Tesla Tumbles After JPM Cuts Price Target By $113 To $195 In Scathing Report

Elon Musk may be about to suffer another nervous meltdown on Twitter.

Today, JP Morgan came out and finally issued a note that acknowledged what it seems that everybody has already realized: that funding for a Tesla go private bid has not, in fact, been secured. To add insult to injury, J.P. Morgan lowered its price target on the name by about 30% to $195.

After Friday's plunge in Tesla shares following the publication of a bizarre interview in the NYT with CEO Elon Musk which revealed the state of his emotional breakdown, Tesla shares are down another 6% this morning, trading in the $280's in the pre market...

.... after JPM published a scathing research report, in which it cut its TSLA price target by a whopping $113 from $308 to $195, after JPM analyst Ryan Brinkman said he was "reverting to valuing TSLA shares on fundamentals alone given funding appears to not have been secured."

We are reverting to valuing Tesla shares on the basis of fundamentals alone, which entails a $113 reduction in our price target back to the $195 level where it stood prior to our August 8 note in which we newly weighted 50% in our valuation analysis a go-private scenario for which funding was at that time said to have been secured to take the company private at $420 per share.

Commenting previously on Musk's Twitter statements, JPM had said that "As surprising to us as these developments are, and as lacking as the statements are in any details regarding whom is expected to provide the required amount of financing and on what terms, they are nevertheless declarative statements from the CEO of a public company which we feel should be considered seriously. Either funding is secured or it is not secured, and Tesla’s CEO says funding is secured.” The bank added that “Our price target could move up or down based upon further developments affecting the likelihood the transaction will or will not go through.”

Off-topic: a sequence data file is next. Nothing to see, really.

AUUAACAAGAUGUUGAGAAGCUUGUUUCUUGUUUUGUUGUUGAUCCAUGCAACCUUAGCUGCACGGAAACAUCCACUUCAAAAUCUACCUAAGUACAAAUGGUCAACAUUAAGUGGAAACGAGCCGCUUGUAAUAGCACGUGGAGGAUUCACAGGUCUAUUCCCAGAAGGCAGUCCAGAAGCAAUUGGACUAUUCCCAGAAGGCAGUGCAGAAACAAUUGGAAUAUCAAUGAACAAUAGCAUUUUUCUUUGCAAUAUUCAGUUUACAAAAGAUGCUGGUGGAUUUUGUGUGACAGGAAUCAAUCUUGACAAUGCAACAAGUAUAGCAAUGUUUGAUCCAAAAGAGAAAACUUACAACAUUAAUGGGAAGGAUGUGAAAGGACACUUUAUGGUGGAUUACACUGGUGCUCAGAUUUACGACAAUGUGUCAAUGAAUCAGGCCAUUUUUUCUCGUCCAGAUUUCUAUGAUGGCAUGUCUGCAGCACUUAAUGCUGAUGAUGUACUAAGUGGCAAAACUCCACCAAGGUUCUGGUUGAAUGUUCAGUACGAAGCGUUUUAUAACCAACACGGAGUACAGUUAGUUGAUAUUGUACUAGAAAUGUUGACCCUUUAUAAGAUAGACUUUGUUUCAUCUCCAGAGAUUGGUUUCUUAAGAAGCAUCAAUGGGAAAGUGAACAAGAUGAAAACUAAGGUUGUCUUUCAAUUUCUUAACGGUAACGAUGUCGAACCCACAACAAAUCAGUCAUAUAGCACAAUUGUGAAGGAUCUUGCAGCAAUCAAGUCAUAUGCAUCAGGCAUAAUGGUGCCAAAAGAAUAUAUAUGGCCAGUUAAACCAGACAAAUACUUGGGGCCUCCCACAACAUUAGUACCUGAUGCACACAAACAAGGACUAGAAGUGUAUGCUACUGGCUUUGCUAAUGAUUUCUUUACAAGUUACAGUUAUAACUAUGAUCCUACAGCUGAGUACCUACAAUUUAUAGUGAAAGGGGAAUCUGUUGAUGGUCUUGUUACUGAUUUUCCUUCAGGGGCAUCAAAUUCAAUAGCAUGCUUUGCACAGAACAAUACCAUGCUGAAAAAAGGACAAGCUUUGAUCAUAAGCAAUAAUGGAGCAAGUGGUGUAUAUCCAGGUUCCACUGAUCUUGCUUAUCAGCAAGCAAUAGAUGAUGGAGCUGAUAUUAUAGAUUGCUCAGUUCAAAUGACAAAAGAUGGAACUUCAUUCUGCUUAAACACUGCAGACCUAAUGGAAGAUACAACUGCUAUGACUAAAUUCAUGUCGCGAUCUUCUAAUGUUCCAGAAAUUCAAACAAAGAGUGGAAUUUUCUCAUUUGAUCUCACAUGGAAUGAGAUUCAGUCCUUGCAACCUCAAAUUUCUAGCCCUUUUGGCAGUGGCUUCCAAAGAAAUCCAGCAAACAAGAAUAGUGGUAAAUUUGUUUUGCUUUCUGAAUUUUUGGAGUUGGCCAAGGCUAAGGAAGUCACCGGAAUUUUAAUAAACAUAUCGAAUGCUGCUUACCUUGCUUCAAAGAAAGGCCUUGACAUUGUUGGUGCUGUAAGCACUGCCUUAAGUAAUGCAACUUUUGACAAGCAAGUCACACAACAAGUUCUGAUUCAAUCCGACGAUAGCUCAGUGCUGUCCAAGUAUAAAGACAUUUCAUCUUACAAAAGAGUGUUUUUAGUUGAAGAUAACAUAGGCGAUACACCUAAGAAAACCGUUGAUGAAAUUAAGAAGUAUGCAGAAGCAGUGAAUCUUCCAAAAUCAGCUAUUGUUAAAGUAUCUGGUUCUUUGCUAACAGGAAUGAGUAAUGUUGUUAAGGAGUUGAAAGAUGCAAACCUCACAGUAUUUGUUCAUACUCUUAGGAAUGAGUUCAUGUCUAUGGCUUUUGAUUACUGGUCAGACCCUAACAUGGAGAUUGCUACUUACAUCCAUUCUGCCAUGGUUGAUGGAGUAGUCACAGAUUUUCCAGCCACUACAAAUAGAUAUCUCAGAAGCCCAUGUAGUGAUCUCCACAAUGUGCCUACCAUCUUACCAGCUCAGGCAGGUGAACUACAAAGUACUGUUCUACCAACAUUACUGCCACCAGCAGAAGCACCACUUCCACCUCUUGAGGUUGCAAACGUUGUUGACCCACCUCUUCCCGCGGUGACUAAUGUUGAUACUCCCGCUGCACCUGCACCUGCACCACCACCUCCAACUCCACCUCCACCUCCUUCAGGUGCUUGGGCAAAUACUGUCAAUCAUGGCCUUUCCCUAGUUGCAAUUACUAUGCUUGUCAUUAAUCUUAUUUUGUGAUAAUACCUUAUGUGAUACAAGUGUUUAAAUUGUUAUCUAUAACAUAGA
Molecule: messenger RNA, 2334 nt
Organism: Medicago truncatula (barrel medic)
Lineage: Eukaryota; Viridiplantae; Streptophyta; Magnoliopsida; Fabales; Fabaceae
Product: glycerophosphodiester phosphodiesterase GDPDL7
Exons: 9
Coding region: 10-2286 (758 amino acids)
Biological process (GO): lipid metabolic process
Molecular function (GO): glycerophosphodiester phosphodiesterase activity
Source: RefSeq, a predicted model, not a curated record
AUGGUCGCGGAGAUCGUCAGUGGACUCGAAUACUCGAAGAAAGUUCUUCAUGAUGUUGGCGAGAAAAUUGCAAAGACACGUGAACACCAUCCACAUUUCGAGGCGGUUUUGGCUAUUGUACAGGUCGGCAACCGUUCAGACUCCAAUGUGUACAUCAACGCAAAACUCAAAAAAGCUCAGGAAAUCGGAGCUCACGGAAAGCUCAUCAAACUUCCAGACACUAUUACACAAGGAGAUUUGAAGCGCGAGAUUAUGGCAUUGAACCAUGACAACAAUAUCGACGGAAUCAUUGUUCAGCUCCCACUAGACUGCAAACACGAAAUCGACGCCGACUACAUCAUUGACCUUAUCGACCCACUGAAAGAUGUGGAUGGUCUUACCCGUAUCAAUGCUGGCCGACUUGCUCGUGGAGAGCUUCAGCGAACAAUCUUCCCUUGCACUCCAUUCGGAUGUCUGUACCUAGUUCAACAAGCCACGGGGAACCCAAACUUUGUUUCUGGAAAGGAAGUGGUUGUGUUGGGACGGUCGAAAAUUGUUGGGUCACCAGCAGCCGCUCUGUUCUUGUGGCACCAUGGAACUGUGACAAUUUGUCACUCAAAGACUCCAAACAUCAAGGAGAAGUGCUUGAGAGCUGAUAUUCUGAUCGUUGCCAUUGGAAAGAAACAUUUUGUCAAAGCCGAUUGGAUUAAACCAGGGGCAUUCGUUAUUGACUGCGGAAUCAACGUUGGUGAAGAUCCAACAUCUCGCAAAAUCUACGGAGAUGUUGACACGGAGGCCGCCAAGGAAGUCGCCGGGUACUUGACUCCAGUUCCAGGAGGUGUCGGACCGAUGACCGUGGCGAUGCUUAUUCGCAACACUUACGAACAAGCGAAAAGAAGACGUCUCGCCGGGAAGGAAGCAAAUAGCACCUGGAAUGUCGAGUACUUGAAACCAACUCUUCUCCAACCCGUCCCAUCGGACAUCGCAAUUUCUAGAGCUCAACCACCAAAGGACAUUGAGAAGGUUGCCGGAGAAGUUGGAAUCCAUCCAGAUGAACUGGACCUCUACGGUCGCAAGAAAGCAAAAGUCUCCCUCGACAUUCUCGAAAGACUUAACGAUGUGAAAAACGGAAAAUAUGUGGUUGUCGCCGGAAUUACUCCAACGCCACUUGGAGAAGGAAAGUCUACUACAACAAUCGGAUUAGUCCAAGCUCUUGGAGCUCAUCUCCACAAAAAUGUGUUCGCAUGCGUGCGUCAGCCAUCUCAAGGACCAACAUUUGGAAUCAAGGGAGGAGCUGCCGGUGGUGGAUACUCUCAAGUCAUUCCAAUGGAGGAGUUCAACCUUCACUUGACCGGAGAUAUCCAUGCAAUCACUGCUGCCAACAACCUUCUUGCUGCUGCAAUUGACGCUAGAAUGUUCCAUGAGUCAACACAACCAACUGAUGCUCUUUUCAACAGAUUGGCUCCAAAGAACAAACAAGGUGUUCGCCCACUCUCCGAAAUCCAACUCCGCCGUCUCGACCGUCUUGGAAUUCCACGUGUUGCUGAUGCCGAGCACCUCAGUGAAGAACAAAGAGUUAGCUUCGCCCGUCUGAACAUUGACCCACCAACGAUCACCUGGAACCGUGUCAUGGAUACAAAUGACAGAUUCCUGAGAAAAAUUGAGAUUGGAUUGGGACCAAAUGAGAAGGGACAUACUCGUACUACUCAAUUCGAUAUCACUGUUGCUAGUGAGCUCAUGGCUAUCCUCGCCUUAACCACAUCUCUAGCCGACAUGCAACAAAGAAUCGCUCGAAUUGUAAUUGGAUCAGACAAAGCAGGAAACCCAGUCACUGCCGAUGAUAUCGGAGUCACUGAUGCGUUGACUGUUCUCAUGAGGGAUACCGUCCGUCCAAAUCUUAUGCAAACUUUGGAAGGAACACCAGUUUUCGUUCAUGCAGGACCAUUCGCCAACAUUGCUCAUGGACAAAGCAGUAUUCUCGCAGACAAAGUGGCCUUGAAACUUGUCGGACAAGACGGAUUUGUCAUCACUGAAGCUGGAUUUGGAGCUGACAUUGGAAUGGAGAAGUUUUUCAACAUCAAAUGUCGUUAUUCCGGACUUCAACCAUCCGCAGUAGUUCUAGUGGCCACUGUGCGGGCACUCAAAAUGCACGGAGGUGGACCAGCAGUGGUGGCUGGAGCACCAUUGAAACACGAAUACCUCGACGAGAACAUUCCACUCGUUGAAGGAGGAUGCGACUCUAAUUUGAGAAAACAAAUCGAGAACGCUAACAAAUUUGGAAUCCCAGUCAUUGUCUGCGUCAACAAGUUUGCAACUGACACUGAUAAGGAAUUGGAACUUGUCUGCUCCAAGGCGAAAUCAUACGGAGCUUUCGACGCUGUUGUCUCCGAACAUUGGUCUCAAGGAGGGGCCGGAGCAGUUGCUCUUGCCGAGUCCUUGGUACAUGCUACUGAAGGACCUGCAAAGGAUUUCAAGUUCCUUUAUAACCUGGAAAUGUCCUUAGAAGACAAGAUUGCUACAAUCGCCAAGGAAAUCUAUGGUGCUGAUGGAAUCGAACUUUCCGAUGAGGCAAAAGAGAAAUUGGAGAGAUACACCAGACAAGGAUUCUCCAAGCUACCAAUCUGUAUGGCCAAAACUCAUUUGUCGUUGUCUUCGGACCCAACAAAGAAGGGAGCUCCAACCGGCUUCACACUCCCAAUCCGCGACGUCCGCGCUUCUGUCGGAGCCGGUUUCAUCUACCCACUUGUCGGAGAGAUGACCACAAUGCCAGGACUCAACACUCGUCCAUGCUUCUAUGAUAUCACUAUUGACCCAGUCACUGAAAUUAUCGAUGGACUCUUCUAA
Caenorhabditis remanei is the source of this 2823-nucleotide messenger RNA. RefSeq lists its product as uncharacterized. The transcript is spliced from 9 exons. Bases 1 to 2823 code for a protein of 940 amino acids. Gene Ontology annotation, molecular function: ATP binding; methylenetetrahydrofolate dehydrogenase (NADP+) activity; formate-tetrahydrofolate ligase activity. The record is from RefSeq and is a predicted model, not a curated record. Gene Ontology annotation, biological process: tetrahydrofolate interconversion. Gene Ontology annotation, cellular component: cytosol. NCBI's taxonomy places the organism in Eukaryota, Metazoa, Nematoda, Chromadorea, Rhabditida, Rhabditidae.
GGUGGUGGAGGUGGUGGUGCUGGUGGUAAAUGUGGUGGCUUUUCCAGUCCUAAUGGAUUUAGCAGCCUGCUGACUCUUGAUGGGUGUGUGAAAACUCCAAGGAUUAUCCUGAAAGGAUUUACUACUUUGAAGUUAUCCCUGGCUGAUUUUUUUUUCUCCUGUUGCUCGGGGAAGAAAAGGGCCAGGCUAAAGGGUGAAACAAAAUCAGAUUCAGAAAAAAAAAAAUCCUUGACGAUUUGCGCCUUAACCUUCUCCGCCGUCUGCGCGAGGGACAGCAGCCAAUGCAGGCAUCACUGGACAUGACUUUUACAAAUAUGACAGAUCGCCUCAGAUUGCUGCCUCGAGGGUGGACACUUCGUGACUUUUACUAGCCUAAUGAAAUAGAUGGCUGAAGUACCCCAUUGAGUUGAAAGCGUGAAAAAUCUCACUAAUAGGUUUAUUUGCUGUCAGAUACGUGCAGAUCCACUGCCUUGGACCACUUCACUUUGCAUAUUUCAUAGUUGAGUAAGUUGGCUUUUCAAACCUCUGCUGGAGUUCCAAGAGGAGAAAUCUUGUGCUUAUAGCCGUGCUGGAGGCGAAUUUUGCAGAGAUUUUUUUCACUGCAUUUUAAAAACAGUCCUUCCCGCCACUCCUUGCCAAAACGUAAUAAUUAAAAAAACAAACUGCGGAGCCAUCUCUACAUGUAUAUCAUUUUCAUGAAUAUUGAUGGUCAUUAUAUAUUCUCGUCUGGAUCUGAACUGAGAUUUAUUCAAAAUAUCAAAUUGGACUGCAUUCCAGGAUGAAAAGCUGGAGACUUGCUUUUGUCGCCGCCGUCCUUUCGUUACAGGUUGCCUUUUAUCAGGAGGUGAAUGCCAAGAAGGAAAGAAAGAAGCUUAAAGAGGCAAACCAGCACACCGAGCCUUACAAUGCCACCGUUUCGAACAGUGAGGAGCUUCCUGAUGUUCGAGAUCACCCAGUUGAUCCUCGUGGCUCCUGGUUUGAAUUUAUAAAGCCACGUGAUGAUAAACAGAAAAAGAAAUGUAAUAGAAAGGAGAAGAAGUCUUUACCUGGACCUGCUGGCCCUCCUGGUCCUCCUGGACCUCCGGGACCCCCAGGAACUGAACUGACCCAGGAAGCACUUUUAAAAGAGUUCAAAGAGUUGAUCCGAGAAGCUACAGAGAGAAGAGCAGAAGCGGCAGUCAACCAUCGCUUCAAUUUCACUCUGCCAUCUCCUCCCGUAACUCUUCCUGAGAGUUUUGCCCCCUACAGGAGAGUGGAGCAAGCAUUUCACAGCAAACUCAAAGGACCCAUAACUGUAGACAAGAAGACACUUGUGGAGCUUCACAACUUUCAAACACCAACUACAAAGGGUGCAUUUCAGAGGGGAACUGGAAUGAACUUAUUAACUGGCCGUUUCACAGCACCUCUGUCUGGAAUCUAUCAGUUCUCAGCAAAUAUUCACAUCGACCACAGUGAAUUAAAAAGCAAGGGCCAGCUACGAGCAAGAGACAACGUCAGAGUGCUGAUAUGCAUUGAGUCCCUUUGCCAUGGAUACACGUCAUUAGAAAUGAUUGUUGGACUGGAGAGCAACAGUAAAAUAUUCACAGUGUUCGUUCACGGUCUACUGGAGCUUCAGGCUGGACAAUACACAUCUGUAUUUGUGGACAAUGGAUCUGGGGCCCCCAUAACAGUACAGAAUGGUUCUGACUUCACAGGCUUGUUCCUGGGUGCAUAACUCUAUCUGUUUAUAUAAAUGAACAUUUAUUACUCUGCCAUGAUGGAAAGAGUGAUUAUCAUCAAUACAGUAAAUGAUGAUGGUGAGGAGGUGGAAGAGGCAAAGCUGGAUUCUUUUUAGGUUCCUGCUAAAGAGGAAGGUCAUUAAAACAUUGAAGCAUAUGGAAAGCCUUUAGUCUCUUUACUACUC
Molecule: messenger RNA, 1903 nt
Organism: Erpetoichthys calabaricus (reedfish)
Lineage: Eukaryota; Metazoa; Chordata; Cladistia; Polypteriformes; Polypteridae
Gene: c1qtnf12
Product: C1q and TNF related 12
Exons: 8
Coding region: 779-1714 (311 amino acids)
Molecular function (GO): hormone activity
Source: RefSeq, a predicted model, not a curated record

Fast forward to today, when for at least one bank, the going private deal is now dead. We publish the key highlights from the report, which are self-explanatory and may result in the latest meltdown from the erratic Tesla CEO:

Our interpretation of subsequent events leads us to believe that funding was not secured for a going private transaction, nor was there any formal proposal. On August 13, Mr. Musk posted a statement to Tesla’s website in which he explained that the comment relative to funding being secured was based upon a July 31 meeting with the Saudi Arabian sovereign wealth fund in which its representative expressed support for funding a transaction to go private. However, it was also stated, “Following the August 7th announcement, I have continued to communicate with the Managing Director of the Saudi fund. He has expressed support for proceeding subject to financial and other due diligence and their internal review process for obtaining approvals. He has also asked for additional details on how the company would be taken private, including any required percentages and any regulatory requirements.” We had imagined following the surprise August 7 announcement that another party (e.g., the Saudi fund) had already firmly decided (including having completed any internal review process) to fund a going private transaction. The revelation the Saudi fund is subsequently asking Tesla for details of how the company would be taken private suggests to us that any deal is potentially far from even being formally proposed, which is different from our understanding on August 8 which was based on Mr. Musk’s statement on Twitter that, “Only reason why this is not certain is that it’s contingent on a shareholder vote”.